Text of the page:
This episode is all about bitcoin. Will it be the currency of the future? Who’s trying to capitalise on the legal loopholes of cryptocurrencies? And is it possible to make mining them more green.
Technology can help identify hate speech online, but it’s not a silver bullet solution.
New laws, new tools and new research is required to combat the rise in online hate. That means both regulating social media companies, and making use of technology to help measure compliance.
Healthy aquatic vegetation in the Chesapeake Bay.
Cassie Gurbisz/University of Maryland Center for Environmental Science
An ambitious plan to cut the flow of nutrients into the Chesapeake Bay has produced historic regrowth of underwater seagrasses. These results offer hope for other polluted water bodies.
African cities are failing to raise development funds through bond markets.
As the online trade of pets becoming normalised, regulation is now needed to protect animals.
While sovereign governments need to develop coherent frameworks to regulate cryptocurrency, permanent solutions will be found through international co-operation.
The Australian Prudential Regulation Authority has been criticised for pursuing stability in a manner that has killed competition.
Our financial regulators ASIC and APRA need a board of oversight, similar to what the UK has, to keep them in check.
Customers lining up to legally buy recreational marijuana in West Hollywood, Calif.
AP Photo/Richard Vogel
The attorney general's memo portended an end to a hands-off approach to this enforcement conundrum. It could backfire.
Interest among financial institutions in bitcoin derivatives contracts highlights worrying reminders of the not-too-distant past.
Skimming oil in the Gulf of Mexico during the Deepwater Horizon spill, May 29, 2010.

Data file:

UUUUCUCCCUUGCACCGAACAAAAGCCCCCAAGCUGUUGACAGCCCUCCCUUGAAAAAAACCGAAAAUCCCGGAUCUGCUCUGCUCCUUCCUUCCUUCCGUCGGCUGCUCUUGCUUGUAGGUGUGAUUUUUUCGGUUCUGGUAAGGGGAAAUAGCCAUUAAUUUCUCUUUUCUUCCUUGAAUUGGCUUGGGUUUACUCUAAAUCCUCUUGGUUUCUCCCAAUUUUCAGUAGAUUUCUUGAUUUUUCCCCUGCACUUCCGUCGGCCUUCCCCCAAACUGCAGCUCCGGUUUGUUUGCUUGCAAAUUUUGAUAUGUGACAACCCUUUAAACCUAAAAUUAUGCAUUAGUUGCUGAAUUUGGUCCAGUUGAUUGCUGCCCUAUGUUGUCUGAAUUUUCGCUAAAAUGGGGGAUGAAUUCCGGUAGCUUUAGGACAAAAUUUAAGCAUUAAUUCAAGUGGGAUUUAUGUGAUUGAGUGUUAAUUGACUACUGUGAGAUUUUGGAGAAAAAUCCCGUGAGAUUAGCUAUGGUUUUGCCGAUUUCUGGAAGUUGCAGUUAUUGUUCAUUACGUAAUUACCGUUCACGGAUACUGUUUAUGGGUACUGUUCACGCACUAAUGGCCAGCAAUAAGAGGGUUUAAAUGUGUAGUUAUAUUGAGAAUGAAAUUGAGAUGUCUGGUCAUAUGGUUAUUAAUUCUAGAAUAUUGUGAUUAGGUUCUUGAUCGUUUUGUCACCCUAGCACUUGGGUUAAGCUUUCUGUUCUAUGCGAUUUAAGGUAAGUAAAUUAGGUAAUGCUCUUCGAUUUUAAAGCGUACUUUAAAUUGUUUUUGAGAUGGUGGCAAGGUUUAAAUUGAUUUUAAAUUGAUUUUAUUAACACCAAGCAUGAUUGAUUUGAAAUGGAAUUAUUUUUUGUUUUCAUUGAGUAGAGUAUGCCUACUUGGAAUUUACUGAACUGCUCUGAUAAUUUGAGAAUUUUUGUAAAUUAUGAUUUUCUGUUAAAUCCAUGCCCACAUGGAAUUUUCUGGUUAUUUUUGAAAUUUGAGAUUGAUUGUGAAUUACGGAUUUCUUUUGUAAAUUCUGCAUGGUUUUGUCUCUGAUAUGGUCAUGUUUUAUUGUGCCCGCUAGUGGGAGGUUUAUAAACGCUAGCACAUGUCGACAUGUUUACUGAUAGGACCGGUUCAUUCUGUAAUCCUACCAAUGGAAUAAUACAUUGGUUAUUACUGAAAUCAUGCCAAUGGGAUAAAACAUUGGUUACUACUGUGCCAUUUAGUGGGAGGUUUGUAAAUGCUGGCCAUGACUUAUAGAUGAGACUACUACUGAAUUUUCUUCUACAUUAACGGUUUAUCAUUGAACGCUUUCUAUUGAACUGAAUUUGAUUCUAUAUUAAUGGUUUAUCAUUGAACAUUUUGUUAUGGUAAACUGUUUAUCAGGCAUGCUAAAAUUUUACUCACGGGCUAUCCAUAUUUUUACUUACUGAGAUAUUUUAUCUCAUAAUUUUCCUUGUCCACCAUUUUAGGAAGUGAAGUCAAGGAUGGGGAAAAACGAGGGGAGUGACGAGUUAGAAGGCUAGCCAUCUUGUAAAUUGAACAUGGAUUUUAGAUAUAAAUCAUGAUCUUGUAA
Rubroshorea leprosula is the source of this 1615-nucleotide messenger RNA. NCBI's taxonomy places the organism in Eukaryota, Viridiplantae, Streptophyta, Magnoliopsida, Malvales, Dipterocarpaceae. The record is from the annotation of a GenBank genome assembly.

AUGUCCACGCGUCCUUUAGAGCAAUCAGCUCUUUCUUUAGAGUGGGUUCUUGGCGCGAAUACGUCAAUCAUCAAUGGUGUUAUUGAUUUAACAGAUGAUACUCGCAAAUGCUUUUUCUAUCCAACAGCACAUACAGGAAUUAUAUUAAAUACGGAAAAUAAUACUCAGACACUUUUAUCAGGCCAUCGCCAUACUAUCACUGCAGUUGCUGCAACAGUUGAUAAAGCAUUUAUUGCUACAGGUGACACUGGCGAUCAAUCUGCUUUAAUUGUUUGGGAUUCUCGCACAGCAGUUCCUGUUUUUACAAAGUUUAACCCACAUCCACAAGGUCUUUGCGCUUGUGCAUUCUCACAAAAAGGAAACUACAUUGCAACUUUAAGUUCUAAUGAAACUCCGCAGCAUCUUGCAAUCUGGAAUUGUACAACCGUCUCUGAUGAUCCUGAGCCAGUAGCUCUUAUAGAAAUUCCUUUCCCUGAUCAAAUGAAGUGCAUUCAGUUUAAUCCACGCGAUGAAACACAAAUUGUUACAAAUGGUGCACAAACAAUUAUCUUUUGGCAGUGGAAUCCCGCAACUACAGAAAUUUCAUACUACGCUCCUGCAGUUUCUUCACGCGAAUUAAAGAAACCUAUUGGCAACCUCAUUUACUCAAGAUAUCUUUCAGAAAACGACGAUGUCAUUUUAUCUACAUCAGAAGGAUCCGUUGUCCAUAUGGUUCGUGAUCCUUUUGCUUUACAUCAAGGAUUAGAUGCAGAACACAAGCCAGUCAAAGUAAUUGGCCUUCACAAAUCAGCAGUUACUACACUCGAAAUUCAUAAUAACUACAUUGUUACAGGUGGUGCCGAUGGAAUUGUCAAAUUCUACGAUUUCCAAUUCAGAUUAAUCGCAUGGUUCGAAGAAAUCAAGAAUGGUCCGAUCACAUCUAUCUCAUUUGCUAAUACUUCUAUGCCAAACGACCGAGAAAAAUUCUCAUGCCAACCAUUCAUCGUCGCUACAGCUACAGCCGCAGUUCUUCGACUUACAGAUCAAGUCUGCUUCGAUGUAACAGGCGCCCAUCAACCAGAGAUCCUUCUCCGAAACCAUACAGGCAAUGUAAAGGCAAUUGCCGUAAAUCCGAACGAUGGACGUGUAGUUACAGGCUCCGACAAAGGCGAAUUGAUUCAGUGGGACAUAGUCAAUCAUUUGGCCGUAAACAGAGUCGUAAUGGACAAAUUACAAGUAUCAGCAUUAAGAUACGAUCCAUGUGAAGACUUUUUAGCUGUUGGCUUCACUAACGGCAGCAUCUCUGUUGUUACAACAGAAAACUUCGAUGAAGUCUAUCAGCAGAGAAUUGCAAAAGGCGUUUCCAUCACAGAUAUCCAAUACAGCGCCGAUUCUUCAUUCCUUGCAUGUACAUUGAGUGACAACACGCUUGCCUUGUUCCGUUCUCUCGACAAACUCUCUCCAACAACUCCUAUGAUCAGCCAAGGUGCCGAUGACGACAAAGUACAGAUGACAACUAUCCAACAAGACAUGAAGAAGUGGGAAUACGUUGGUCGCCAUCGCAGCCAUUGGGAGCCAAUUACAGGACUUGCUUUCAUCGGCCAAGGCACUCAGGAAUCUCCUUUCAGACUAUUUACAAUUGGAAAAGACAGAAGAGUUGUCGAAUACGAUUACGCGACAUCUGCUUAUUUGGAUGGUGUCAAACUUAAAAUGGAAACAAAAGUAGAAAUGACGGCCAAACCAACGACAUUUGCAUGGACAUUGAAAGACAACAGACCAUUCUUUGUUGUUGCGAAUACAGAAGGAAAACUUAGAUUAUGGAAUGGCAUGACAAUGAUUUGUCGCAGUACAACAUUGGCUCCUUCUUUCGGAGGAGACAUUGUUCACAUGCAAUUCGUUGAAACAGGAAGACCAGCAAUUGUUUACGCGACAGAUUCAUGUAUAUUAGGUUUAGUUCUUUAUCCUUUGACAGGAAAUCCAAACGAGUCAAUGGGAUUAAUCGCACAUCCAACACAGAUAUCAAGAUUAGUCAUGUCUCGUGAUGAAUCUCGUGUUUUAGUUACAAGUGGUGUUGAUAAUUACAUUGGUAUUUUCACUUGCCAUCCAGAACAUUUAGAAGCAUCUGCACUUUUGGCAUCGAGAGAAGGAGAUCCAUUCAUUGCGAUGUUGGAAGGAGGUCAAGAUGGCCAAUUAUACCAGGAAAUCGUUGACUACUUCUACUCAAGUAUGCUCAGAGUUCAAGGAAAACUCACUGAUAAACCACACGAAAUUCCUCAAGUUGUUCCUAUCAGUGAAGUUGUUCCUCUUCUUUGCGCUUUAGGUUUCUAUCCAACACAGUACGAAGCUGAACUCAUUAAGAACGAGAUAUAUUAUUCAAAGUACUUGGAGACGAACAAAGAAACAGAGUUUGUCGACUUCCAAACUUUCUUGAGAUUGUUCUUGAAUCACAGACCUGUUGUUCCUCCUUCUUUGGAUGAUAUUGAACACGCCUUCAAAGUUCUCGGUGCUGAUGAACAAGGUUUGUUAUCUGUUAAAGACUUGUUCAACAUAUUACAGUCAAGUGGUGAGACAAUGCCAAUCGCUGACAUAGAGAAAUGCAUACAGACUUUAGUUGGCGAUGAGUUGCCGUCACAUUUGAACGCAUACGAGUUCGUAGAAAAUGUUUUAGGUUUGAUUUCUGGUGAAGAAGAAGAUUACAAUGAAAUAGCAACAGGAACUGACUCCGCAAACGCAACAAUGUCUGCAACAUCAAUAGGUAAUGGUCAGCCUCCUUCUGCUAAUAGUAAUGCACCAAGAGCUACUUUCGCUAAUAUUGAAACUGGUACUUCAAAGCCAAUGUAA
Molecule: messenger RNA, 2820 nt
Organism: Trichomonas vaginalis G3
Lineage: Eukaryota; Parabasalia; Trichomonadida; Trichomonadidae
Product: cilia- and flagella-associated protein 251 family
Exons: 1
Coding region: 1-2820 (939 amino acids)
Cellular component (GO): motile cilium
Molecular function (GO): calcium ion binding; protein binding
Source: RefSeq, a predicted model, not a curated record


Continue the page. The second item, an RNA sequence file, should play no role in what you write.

A scientist who served on a national commission to review the 2010 BP oil spill explains why Trump administration efforts to loosen offshore drilling regulation pose major risks for minor payoffs.
Some telemarketers retain nearly all of the charitable dollars they solicit.
For-profit fundraisers often keep more of the money they collect on behalf of nonprofits than they should but Ohio's attorney general is accusing a charity of serving as an accomplice to a crime.
A suit of highly paid professional services seem to have failed investors in the unfolding Steinhoff corporate scandal.
Retail Food Group (RFG) Managing Director Andre Nell (right) and Chairman Colin Archer. The company has been the focus of the latest investigation into franchise problems.
There are some hallmark problems within franchising in Australia and internationally and not all are within the franchisor's or franchisees' control to fix.
Some sectors, like supermarkets, are not natural monopolies, but have significant economies of scale.
The latest report from the Grattan Institute, finds that claims about Australia being dominated by oligopolies are overblown.
A change in South African law promises to protect defaulting home owners from abuse by unscrupulous operators who snap up people's homes for a song.
Is chancellor of the exchequer, Philip Hammond, betting on tech utopia with plans to see autonomous vehicles on UK roads by 2021?
It's going to be difficult for UK government-backed autonomous vehicle projects to compete with Silicon Valley – unless they have something neat under the bonnet.
South African Reserve Bank deputy governor and registrar of banks, Kuben Naidoo, has the tough task of curbing money laundering.
Supplied by SARB
South Africa's Reserve Bank is facing a growing challenge of illicit financial flows and money laundering from gangs and errant businesses hell-bent on tricking regulators.
Solar home designed by University of Maryland students for the Department of Energy’s 2017 Solar Decathlon.
DOE Solar Decathlon
Energy Secretary Rick Perry says the US needs to subsidize nuclear and coal power plants to keep the grid stable. But this policy would raise energy costs and could drive consumers off-grid instead.
Facebook CEO Mark Zuckerberg initially dismissed as “crazy” the warnings that Russia had been using Facebook to spread propaganda in the 2016 U.S. election. He has since apologized and introduced plans and tools aimed at fighting false information on the platform. In this file photo, he delivers the commencement address at Harvard University in May.
(AP Photo/Steven Senne)
In a fight for the global flow of information, social media firms must be regulated. Their billions of dollars in revenue put their financial interests in conflict with truth and democracy.
Falling back or staying put?
Advocates say daylight saving time saves energy and wins wars. But studies show that injuries and illnesses rise when the clocks change. Some states may end the practice; others could make it permanent.